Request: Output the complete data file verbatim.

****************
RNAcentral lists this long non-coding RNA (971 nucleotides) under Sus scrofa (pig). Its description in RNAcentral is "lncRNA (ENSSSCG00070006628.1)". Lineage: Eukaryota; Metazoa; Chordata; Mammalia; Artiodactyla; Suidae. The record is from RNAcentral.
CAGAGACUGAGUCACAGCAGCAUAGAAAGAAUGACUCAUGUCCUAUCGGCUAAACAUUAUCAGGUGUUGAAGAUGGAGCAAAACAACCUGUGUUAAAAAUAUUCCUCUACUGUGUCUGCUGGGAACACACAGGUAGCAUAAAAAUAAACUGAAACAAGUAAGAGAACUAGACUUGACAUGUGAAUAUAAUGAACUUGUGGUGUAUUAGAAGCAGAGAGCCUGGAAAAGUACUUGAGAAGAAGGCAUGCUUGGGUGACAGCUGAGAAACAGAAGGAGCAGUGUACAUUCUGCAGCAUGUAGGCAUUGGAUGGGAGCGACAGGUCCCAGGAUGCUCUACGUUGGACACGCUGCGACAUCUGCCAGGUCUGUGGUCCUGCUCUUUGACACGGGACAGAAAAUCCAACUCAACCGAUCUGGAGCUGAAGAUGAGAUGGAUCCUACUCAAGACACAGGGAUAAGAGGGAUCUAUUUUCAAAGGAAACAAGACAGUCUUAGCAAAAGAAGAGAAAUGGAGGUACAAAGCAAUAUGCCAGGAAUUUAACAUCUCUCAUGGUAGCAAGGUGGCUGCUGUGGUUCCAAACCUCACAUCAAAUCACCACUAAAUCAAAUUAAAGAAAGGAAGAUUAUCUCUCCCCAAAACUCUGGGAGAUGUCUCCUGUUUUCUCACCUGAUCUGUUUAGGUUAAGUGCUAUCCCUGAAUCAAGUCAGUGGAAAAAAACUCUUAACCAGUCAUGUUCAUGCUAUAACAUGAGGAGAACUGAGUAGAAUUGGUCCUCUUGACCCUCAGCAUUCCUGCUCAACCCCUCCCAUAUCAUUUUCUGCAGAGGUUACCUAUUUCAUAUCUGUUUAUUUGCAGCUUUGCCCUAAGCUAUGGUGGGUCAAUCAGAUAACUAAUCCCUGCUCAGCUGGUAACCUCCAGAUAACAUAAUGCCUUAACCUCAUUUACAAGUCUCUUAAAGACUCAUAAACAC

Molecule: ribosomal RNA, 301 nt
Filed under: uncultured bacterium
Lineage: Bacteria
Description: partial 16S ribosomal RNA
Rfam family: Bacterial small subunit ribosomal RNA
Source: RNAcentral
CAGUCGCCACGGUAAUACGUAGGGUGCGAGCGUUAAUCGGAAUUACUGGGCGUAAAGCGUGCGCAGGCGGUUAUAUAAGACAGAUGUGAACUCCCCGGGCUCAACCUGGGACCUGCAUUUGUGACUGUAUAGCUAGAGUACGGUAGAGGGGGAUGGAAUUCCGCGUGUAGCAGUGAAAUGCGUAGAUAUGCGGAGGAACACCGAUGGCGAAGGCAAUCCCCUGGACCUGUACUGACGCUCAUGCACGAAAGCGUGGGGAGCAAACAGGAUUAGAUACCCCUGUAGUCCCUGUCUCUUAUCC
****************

RNAcentral lists this long non-coding RNA (971 nucleotides) under Sus scrofa (pig). Its description in RNAcentral is "lncRNA (ENSSSCG00070006628.1)". Lineage: Eukaryota; Metazoa; Chordata; Mammalia; Artiodactyla; Suidae. The record is from RNAcentral.
CAGAGACUGAGUCACAGCAGCAUAGAAAGAAUGACUCAUGUCCUAUCGGCUAAACAUUAUCAGGUGUUGAAGAUGGAGCAAAACAACCUGUGUUAAAAAUAUUCCUCUACUGUGUCUGCUGGGAACACACAGGUAGCAUAAAAAUAAACUGAAACAAGUAAGAGAACUAGACUUGACAUGUGAAUAUAAUGAACUUGUGGUGUAUUAGAAGCAGAGAGCCUGGAAAAGUACUUGAGAAGAAGGCAUGCUUGGGUGACAGCUGAGAAACAGAAGGAGCAGUGUACAUUCUGCAGCAUGUAGGCAUUGGAUGGGAGCGACAGGUCCCAGGAUGCUCUACGUUGGACACGCUGCGACAUCUGCCAGGUCUGUGGUCCUGCUCUUUGACACGGGACAGAAAAUCCAACUCAACCGAUCUGGAGCUGAAGAUGAGAUGGAUCCUACUCAAGACACAGGGAUAAGAGGGAUCUAUUUUCAAAGGAAACAAGACAGUCUUAGCAAAAGAAGAGAAAUGGAGGUACAAAGCAAUAUGCCAGGAAUUUAACAUCUCUCAUGGUAGCAAGGUGGCUGCUGUGGUUCCAAACCUCACAUCAAAUCACCACUAAAUCAAAUUAAAGAAAGGAAGAUUAUCUCUCCCCAAAACUCUGGGAGAUGUCUCCUGUUUUCUCACCUGAUCUGUUUAGGUUAAGUGCUAUCCCUGAAUCAAGUCAGUGGAAAAAAACUCUUAACCAGUCAUGUUCAUGCUAUAACAUGAGGAGAACUGAGUAGAAUUGGUCCUCUUGACCCUCAGCAUUCCUGCUCAACCCCUCCCAUAUCAUUUUCUGCAGAGGUUACCUAUUUCAUAUCUGUUUAUUUGCAGCUUUGCCCUAAGCUAUGGUGGGUCAAUCAGAUAACUAAUCCCUGCUCAGCUGGUAACCUCCAGAUAACAUAAUGCCUUAACCUCAUUUACAAGUCUCUUAAAGACUCAUAAACAC

Molecule: ribosomal RNA, 301 nt
Filed under: uncultured bacterium
Lineage: Bacteria
Description: partial 16S ribosomal RNA
Rfam family: Bacterial small subunit ribosomal RNA
Source: RNAcentral
CAGUCGCCACGGUAAUACGUAGGGUGCGAGCGUUAAUCGGAAUUACUGGGCGUAAAGCGUGCGCAGGCGGUUAUAUAAGACAGAUGUGAACUCCCCGGGCUCAACCUGGGACCUGCAUUUGUGACUGUAUAGCUAGAGUACGGUAGAGGGGGAUGGAAUUCCGCGUGUAGCAGUGAAAUGCGUAGAUAUGCGGAGGAACACCGAUGGCGAAGGCAAUCCCCUGGACCUGUACUGACGCUCAUGCACGAAAGCGUGGGGAGCAAACAGGAUUAGAUACCCCUGUAGUCCCUGUCUCUUAUCC